If you just use peat under your sand,you will find that some plants will not grow very well,particularly in the long term.

You will start to have problems because the soil is just too acidic.

That is why I add Marble Chip.

Within a few months,with an acid substrate,you will find Swordplants,Vallisneria and other plants will suffer deficiencies.

This is because they rely on their roots for nutrient uptake.Unless Magnesium and Calcium are available in the root zone

you will have problems in the long term.

Try to grow the various Lotus and Aponogetons in an acidic substrate ....initially they will grow very nicely,but with time

they will slow down and possibly die.

It is commonly believed in aquarium circles that most plants prefer an acidic substrate.

This is a myth!

Holycow mentioned aeration of the substrate,by the way,and I think this is one of the most important points to address.

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hey jungle,

i'm aware that for bonsai it's best to have a soil that has fast drainage (read: sharp sand) and has a good cation exchange rate (read: fired clay particles or diatomite). thus watering the plant removes waste products but also draws in oxygen for the roots. furthermore, the sharp sand assists in root differentiation, thus encouraging thorough root colonisation of the soil/substrate. however, because such a soil/substrate is inert, it requires frequent fertilizing, which is okay as you control the fertilizing regime. oh, you have to provide frequent waterings as the substrate tends to dry out very quickly.

as to how this works in the aquatic environs i'm not particularly sure, as a permanently wet substrate usually results in root rot and/or suffocation of the roots. i'm speculating that the gap between the sharp/course sand particles enables better oxygen retention, after the breaking down of water molecules. the clay/diatomite still has a good cation exchange rate, and the substrate is still inert, and the sharp sand enables better root colonisation. but what i'm uncertain about ia how root systems are constantly aerated ( i'm speculating that this is the evolutionary distinction between land-based and water-based plants, the ability to thrive in a constantly flooded environs).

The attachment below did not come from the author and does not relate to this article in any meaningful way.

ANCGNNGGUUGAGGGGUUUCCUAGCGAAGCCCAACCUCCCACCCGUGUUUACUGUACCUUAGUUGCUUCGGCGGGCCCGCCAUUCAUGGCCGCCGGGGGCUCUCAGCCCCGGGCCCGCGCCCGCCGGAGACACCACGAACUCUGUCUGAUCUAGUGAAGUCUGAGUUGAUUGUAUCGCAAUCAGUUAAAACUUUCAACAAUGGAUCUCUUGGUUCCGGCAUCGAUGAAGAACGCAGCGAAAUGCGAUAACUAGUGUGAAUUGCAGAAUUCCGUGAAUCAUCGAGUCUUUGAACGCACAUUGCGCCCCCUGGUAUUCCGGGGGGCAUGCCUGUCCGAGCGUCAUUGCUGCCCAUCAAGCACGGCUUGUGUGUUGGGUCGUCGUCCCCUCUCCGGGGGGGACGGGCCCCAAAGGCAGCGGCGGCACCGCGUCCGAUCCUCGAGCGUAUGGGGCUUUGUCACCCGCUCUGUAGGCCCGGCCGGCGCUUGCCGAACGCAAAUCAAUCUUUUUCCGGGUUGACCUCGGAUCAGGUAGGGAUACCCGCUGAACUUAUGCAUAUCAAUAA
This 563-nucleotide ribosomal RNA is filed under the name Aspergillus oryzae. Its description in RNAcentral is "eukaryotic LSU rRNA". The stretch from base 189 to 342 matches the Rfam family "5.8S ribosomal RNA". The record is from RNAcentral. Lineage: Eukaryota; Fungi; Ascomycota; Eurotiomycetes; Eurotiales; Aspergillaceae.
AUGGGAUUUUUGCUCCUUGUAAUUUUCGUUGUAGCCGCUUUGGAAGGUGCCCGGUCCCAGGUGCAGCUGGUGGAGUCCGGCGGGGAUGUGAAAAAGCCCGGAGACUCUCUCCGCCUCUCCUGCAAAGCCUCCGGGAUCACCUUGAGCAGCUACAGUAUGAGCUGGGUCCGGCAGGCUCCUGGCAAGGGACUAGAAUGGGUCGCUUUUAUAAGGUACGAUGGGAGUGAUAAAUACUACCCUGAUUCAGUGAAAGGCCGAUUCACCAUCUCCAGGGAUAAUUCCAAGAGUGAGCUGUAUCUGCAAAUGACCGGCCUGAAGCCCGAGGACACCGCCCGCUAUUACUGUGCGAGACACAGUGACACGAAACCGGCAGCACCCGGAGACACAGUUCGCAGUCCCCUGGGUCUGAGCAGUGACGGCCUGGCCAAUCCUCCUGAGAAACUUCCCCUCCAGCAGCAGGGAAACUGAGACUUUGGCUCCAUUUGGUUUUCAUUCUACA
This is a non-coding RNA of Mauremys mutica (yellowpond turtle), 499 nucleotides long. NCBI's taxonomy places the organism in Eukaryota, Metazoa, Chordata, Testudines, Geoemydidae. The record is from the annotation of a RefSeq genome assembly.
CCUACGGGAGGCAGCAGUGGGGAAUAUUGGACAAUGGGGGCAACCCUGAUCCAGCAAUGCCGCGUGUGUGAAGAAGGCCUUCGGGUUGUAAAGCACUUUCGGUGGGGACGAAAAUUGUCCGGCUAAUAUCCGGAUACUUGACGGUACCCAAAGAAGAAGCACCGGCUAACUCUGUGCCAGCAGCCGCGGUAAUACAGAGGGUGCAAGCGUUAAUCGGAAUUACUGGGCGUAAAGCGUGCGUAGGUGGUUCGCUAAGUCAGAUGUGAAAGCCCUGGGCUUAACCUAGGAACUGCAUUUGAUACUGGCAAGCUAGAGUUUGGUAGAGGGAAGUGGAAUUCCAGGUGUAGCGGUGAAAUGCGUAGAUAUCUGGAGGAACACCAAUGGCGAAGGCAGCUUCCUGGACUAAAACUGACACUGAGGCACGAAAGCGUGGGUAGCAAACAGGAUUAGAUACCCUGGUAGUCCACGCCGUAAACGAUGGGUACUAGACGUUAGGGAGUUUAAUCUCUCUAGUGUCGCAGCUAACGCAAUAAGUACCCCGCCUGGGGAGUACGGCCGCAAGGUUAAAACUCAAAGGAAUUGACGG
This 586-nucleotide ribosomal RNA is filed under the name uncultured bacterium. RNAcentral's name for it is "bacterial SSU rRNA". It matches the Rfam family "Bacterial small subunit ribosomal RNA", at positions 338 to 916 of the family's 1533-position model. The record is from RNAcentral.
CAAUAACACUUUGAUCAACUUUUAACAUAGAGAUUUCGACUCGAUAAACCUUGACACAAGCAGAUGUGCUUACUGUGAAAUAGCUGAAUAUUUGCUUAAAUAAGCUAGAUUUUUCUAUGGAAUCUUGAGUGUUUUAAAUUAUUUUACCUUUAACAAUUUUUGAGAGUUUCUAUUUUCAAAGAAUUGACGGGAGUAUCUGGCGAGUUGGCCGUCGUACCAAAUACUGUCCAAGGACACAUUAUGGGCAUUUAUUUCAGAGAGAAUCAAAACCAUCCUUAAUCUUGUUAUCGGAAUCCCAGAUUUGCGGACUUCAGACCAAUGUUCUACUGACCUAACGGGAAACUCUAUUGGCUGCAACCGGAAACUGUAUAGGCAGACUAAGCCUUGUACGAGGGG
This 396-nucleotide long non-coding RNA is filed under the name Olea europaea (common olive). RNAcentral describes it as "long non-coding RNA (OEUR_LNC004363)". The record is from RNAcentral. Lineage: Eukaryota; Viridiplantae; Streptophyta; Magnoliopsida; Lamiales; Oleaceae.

ps. for the uninitiated, one of the reason why aeration of the soil is so important is due to the bacteria, mycorrhyza, that colonize the root system.

Edited by holycow
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Is it the same in an aquarium as it is in dry land I know that ph levels affect what nutrients are available and if they become deficient or toxic???

I also believe aeration is pretty important factor no aeration=anerobic conditions not much will grow in that .

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ph not only effects the types of plants that the aquarium can support but it also determines the species of fish that can live in the water, or if extreme enough, kill fishies. a low ph can 'neutralize' the deletorious effect of ammonia on fish.

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I will soon be writing about all this for the newly formed Australian Cryptocoryne Society.

It can't be answered in a simple way but I will try to raise some of the factors involved

in a tank.Here are some points to be considered and I will try to answer your questions

soon.

1] Roots require Oxygen,water and food to survive.

2] Most waterways have some sort of movement thru the soil...this carries oxygen to the roots.

3] Some aquatic plants have evolved methods of surviving in oxygen depleted soils.

4] Cryptocorynes [as an example] can actually inject oxygen into the root zone!!

5] The top 1-3cm of substrate will usually have enough oxygen for the roots.

6] Deeper substrates are more likely to be oxygen depleted.

7] Coarse gravel allows for better circulation,particularly when the grain size is uniform.[resists compaction]

8] Old style undergravel filters [despite info to the contrary] provide excellent aerobic conditions for roots.

9] Sub-gravel heating is another excellent method and has other benefits as well.

10] With very few exceptions,most fish and plants will grow in a neutral to slightly alkaline environment.

More to follow guys.I realise I have stuck my neck out here.

Truth is that many different methods can work....it depends a lot on sticking to one system or another.

If your method works for you...that's great!

I am not trying to make out that my ways are better than yours....just food for thought aye?

And please everyone tell us about your successes....I'm very willing to try and see if your methods work for me!!

EDIT...Holycow made some very important points in reference to Bonsai techniques.I just want to add that heavy planting

where the entire substrate is full of roots,is helpful in avoiding areas where the soil becomes stagnant.

Edited by JUNGLE
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Thank you Jungle! I hope you will continue to share your insight on this, it makes sense to me.

I had thought I was a bit nuts, but was thinking of using an ugf with a geotex mat over it in a planted tank to allow a finer substrate without clogging.

Ive been looking for Dianne Walstad's book, but no one here stocks it, and none of the libraries carry it. Does anyone know where it could be ordered from?